Bob Thompson: You're talking about Fred Wiseman's "Missile," I believe, which was the source of the launch scene I give in the story. Yes, it's fascinating and scary. And no, I didn't meet people who talked about having serious doubts about the morality, at least at the time. The most common feeling was: We don't think it will happen, we don't want it to happen, but we'll do what we've been instructed to do if necessary. Bruce Blair, of course, whom I quote near the end of the piece, has had second thoughts since he was pulling alerts, and has spent his subsequent career studying nuclear policy and risks.
Kensington, Md.: Regarding your question "how close did we come?" I was wondering if you discussed the Able Archer '83 tests with anyone during your research. It seems like this was a likely point of "maximum danger" given the ugly state of U.S./Soviet relations at the time. There are also some good artcles on the START site related to other false alarms (e.g. "Colonel Petrov's Good Judgement" http://www.armscontrol.ru/start/publications/petrov.htm)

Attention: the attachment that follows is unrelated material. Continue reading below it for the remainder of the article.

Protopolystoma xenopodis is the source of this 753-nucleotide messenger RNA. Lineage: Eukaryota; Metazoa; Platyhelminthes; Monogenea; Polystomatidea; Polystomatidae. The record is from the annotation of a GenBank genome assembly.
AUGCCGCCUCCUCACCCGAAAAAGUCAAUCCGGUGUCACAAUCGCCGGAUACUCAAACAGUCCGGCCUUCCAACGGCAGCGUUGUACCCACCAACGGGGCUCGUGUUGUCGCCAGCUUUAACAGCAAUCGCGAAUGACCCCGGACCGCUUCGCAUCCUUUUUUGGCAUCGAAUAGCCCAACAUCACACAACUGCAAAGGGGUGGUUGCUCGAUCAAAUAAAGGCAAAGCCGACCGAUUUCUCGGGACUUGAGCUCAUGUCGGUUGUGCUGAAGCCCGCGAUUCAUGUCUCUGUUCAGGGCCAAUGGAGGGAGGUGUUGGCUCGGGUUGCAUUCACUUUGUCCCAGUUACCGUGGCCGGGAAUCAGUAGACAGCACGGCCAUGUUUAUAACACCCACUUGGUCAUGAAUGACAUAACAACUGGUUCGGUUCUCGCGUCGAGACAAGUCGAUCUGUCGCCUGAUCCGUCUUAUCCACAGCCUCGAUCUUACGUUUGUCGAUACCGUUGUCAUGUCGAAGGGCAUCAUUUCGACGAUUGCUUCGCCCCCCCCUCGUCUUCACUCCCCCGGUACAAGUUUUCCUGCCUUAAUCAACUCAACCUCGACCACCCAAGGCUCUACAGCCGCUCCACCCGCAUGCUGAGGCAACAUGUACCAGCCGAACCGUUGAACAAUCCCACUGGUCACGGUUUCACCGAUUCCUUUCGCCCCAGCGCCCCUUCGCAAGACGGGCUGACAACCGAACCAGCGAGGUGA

Thanks for a great article.
Bob Thompson: I did talk about Able Archer with several people, Kensington, but felt I couldn't add the level of detail I'd have needed to explain it. I do believe that '83 was a very precarious time. I haven't seen the article on Colonel Petrov -- is he the Russian officer who refused to believe the apparent evidence of a U.S. attack in 1995?
New York, N.Y.: To get to the elevator was it on a Military base? Or was it just a small two- story building?